• Ni containing layered double hydroxides (LDHs) have been prepared by precipitation and hydrothermally treated under microwave irradiation for different periods of time. The solids have been calcined at three temperatures corresponding to stable phases formed during thermal decomposition of LDHs. The properties of the irradiated samples and of the calcined products were studied in order to ascertain whether the ageing treatment under microwave irradiation modifies not only the properties of the layered materials, but also the properties of the calcined products. A structural and textural study was carried out by PXRD, FT-IR and Vis-UV spectroscopy, thermal analyses (DTA and TG),more » N{sub 2} adsorption/desorption at -196 {sup o}C and TEM microscopy; the reducibility of the nickel species was studied as well by TPR. The results show that the microwave treatment leads to better crystallized LDHs with modified thermal stability and reducibility. In addition, the degree of crystallinity of the layered precursors and their textural properties determine the properties of their thermal decomposition products. - Graphical abstract: Layered double hydroxides were prepared by the microwave-hydrothermal treatment. This method allows obtaining in short periods of time well crystallized LDHs with well-defined hexagonal-shaped particles, and improved thermal stability and the textural properties. In addition, the degree of crystallinity of the layered precursors and their textural properties determine the properties of t thermal decomposition products.« less
  • Layered double hydroxides (LDHs) have shown great promise as anion getters. In this paper, we demonstrate that the sorption capability of a LDH for a specific oxyanion can be greatly increased by appropriately manipulating material composition and structure. A large set of LDH materials have been synthesized with various combinations of metal cations, interlayer anions, and the molar ratios of divalent cation M(II) to trivalent cation M(III). The synthesized materials have then been tested systematically for their sorption capabilities for pertechnetate (TcO{sub 4}{sup -}). It is discovered that for a given interlayer anion (either CO{sub 3}{sup 2-} or NO{sub 3}{supmore » -}) the Ni-Al LDH with a Ni/Al ratio of 3:1 exhibits the highest sorption capability among all the materials tested. The distribution coefficient (K{sub d}) is determined to be as high as 307 mL/g for Ni{sub 6}Al{sub 2}(0H){sub 16}CO{sub 3}nH{sub 2}O and 1390 mL/g for Ni{sub 6}Al{sub 2}(OH){sub 16}NO{sub 3}nH{sub 2}O at a pH of 8. The sorption of TcO{sub 4}{sup -} on M(II)-M(III)-CO{sub 3} LDHs is dominated by the edge sites of LDH layers and strongly correlated with the basal spacing d{sub 003} of the materials, which increases with the decreasing radii of both divalent and trivalent cations. The sorption reaches its maximum when the layer spacing is just large enough for a pertechnetate anion to fit into a cage space between two neighboring octahedra of metal hydroxides at the edge. Furthermore, the sorption is found to increase with the crystallinity of the materials. For a given combination of metal cations and an interlayer anion, a best crystalline LDH material is obtained generally with a M(II)/M(III) ratio of 3:1. Replacement of interlayer carbonate with readily exchangeable nitrate greatly increases the sorption capability of a LDH material for pertechnetate, due to the enhanced adsorption on edge sites and the possible contribution from interlayer anion exchanges. The work reported here will help to establish a general structure-property relationship for the related layered materials.« less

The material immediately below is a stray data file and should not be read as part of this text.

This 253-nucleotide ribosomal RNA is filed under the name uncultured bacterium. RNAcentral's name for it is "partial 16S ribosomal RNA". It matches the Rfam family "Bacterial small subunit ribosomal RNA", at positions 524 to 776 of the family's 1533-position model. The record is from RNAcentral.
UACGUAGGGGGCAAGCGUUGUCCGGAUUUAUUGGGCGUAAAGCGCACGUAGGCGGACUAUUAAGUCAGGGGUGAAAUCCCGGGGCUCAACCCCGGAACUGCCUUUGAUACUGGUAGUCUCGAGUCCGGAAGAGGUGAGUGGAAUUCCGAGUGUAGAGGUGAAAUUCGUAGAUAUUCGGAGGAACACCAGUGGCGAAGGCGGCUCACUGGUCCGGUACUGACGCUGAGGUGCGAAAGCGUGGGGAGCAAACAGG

• No abstract prepared.
  • Layered double hydroxides (LDHs) are anionic clays important in disciplines such as environmental chemistry, geochemistry, and materials science. Developments in signal processing of extended X-ray absorption fine structure (EXAFS) data, such as wavelet transformation (WT), have been used to identify transition metals and Al present in the hydroxide sheets of LDHs. The WT plots of LDHs should be distinct from those of isostructural single metal hydroxides. However, no direct comparison of these minerals appears in the literature using WT. This work systematically analyzes a suite of Ni-rich mineral standards, including Ni–Al LDHs, single metal Ni hydroxides, and Ni-rich silicates usingmore » WT. The results illustrate that the WT plots for α-Ni(OH)2 and Ni–Al LDHs are often indistinguishable from each other, with similar two-component plots for the different mineral types. This demonstrates that the WT of the first metal shell often cannot be used to differentiate an LDH from a single metal hydroxide. Interlayer anions adsorbed to the hydroxide sheet of α-Ni(OH)2 affect the EXAFS spectra and are not visible in the FT but are clearly resolved and discrete in the WT.« less
  • The layered double hydroxides (LDHs) of Mg with Ga and In decompose completely on heating to 500 deg. C to yield poorly ordered oxide residues. In the Mg-Ga system, the oxide residue has a rock-salt structure with Ga incorporated in the MgO matrix. In the Mg-In system, the oxide residue is X-ray amorphous. These oxide residues revert back to the original LDH either on standing in a water-saturated atmosphere or on hydrothermal treatment in a Na{sub 2}CO{sub 3} solution. In contrast, the LDHs of Co with Ga and In yield the thermodynamically stable spinel oxides and the decomposition is irreversible.more » These results have implications for the synthesis of 'oxide' catalysts by thermal decomposition of the LDHs.« less